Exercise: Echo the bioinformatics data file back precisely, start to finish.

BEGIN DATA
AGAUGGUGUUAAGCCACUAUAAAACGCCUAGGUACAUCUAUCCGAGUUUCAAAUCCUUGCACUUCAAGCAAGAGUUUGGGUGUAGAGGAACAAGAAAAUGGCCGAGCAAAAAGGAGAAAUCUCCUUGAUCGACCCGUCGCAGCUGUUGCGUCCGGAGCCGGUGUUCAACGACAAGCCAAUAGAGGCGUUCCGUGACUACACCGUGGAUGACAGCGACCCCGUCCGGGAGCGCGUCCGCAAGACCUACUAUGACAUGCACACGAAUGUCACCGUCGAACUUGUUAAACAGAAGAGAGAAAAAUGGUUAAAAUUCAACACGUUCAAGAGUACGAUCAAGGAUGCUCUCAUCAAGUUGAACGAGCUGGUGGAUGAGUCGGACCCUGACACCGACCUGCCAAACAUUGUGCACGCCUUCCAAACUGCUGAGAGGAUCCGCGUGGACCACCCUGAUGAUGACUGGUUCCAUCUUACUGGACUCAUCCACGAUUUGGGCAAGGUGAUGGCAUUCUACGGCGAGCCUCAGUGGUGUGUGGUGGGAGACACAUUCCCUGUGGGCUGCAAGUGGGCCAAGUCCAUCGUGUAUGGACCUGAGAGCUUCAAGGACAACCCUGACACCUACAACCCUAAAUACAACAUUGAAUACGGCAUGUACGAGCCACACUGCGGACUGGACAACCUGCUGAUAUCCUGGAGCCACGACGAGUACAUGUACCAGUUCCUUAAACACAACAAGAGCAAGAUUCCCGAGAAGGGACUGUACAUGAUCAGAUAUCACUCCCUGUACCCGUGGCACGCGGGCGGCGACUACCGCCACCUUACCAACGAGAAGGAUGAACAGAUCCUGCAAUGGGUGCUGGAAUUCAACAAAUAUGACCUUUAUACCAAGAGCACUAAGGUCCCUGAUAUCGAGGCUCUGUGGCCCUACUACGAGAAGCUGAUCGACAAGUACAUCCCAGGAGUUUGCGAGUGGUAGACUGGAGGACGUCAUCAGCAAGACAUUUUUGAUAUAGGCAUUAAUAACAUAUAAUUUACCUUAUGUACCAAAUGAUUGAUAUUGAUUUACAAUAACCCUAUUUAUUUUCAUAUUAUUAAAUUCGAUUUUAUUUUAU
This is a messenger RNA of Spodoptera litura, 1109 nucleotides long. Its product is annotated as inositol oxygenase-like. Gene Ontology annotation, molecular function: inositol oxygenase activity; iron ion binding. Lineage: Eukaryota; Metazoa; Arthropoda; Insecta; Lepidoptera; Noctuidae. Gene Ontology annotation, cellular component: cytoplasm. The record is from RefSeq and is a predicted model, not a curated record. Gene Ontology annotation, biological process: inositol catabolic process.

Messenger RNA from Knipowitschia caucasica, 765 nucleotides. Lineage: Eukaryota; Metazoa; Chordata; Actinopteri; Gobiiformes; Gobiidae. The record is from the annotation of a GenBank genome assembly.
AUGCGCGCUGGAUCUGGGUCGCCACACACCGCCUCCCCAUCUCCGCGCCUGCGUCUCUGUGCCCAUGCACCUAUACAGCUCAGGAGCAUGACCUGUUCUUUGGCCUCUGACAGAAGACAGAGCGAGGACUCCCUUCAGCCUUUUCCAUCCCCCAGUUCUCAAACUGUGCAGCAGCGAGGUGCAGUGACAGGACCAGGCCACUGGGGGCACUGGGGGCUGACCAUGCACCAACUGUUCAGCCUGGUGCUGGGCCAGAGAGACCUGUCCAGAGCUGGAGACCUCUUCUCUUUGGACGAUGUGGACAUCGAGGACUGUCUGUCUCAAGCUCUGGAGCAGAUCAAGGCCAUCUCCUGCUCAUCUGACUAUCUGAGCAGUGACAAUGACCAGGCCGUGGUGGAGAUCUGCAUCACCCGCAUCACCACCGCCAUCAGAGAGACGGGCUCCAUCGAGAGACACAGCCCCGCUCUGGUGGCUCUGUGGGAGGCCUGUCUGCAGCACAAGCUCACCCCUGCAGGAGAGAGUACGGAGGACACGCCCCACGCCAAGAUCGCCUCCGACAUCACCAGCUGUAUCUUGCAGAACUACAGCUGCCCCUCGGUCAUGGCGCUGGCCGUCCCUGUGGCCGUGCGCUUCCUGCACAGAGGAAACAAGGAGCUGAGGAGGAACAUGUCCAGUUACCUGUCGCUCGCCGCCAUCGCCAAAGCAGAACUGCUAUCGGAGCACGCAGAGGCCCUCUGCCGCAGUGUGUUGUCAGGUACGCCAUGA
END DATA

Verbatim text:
AGAUGGUGUUAAGCCACUAUAAAACGCCUAGGUACAUCUAUCCGAGUUUCAAAUCCUUGCACUUCAAGCAAGAGUUUGGGUGUAGAGGAACAAGAAAAUGGCCGAGCAAAAAGGAGAAAUCUCCUUGAUCGACCCGUCGCAGCUGUUGCGUCCGGAGCCGGUGUUCAACGACAAGCCAAUAGAGGCGUUCCGUGACUACACCGUGGAUGACAGCGACCCCGUCCGGGAGCGCGUCCGCAAGACCUACUAUGACAUGCACACGAAUGUCACCGUCGAACUUGUUAAACAGAAGAGAGAAAAAUGGUUAAAAUUCAACACGUUCAAGAGUACGAUCAAGGAUGCUCUCAUCAAGUUGAACGAGCUGGUGGAUGAGUCGGACCCUGACACCGACCUGCCAAACAUUGUGCACGCCUUCCAAACUGCUGAGAGGAUCCGCGUGGACCACCCUGAUGAUGACUGGUUCCAUCUUACUGGACUCAUCCACGAUUUGGGCAAGGUGAUGGCAUUCUACGGCGAGCCUCAGUGGUGUGUGGUGGGAGACACAUUCCCUGUGGGCUGCAAGUGGGCCAAGUCCAUCGUGUAUGGACCUGAGAGCUUCAAGGACAACCCUGACACCUACAACCCUAAAUACAACAUUGAAUACGGCAUGUACGAGCCACACUGCGGACUGGACAACCUGCUGAUAUCCUGGAGCCACGACGAGUACAUGUACCAGUUCCUUAAACACAACAAGAGCAAGAUUCCCGAGAAGGGACUGUACAUGAUCAGAUAUCACUCCCUGUACCCGUGGCACGCGGGCGGCGACUACCGCCACCUUACCAACGAGAAGGAUGAACAGAUCCUGCAAUGGGUGCUGGAAUUCAACAAAUAUGACCUUUAUACCAAGAGCACUAAGGUCCCUGAUAUCGAGGCUCUGUGGCCCUACUACGAGAAGCUGAUCGACAAGUACAUCCCAGGAGUUUGCGAGUGGUAGACUGGAGGACGUCAUCAGCAAGACAUUUUUGAUAUAGGCAUUAAUAACAUAUAAUUUACCUUAUGUACCAAAUGAUUGAUAUUGAUUUACAAUAACCCUAUUUAUUUUCAUAUUAUUAAAUUCGAUUUUAUUUUAU
This is a messenger RNA of Spodoptera litura, 1109 nucleotides long. Its product is annotated as inositol oxygenase-like. Gene Ontology annotation, molecular function: inositol oxygenase activity; iron ion binding. Lineage: Eukaryota; Metazoa; Arthropoda; Insecta; Lepidoptera; Noctuidae. Gene Ontology annotation, cellular component: cytoplasm. The record is from RefSeq and is a predicted model, not a curated record. Gene Ontology annotation, biological process: inositol catabolic process.

Messenger RNA from Knipowitschia caucasica, 765 nucleotides. Lineage: Eukaryota; Metazoa; Chordata; Actinopteri; Gobiiformes; Gobiidae. The record is from the annotation of a GenBank genome assembly.
AUGCGCGCUGGAUCUGGGUCGCCACACACCGCCUCCCCAUCUCCGCGCCUGCGUCUCUGUGCCCAUGCACCUAUACAGCUCAGGAGCAUGACCUGUUCUUUGGCCUCUGACAGAAGACAGAGCGAGGACUCCCUUCAGCCUUUUCCAUCCCCCAGUUCUCAAACUGUGCAGCAGCGAGGUGCAGUGACAGGACCAGGCCACUGGGGGCACUGGGGGCUGACCAUGCACCAACUGUUCAGCCUGGUGCUGGGCCAGAGAGACCUGUCCAGAGCUGGAGACCUCUUCUCUUUGGACGAUGUGGACAUCGAGGACUGUCUGUCUCAAGCUCUGGAGCAGAUCAAGGCCAUCUCCUGCUCAUCUGACUAUCUGAGCAGUGACAAUGACCAGGCCGUGGUGGAGAUCUGCAUCACCCGCAUCACCACCGCCAUCAGAGAGACGGGCUCCAUCGAGAGACACAGCCCCGCUCUGGUGGCUCUGUGGGAGGCCUGUCUGCAGCACAAGCUCACCCCUGCAGGAGAGAGUACGGAGGACACGCCCCACGCCAAGAUCGCCUCCGACAUCACCAGCUGUAUCUUGCAGAACUACAGCUGCCCCUCGGUCAUGGCGCUGGCCGUCCCUGUGGCCGUGCGCUUCCUGCACAGAGGAAACAAGGAGCUGAGGAGGAACAUGUCCAGUUACCUGUCGCUCGCCGCCAUCGCCAAAGCAGAACUGCUAUCGGAGCACGCAGAGGCCCUCUGCCGCAGUGUGUUGUCAGGUACGCCAUGA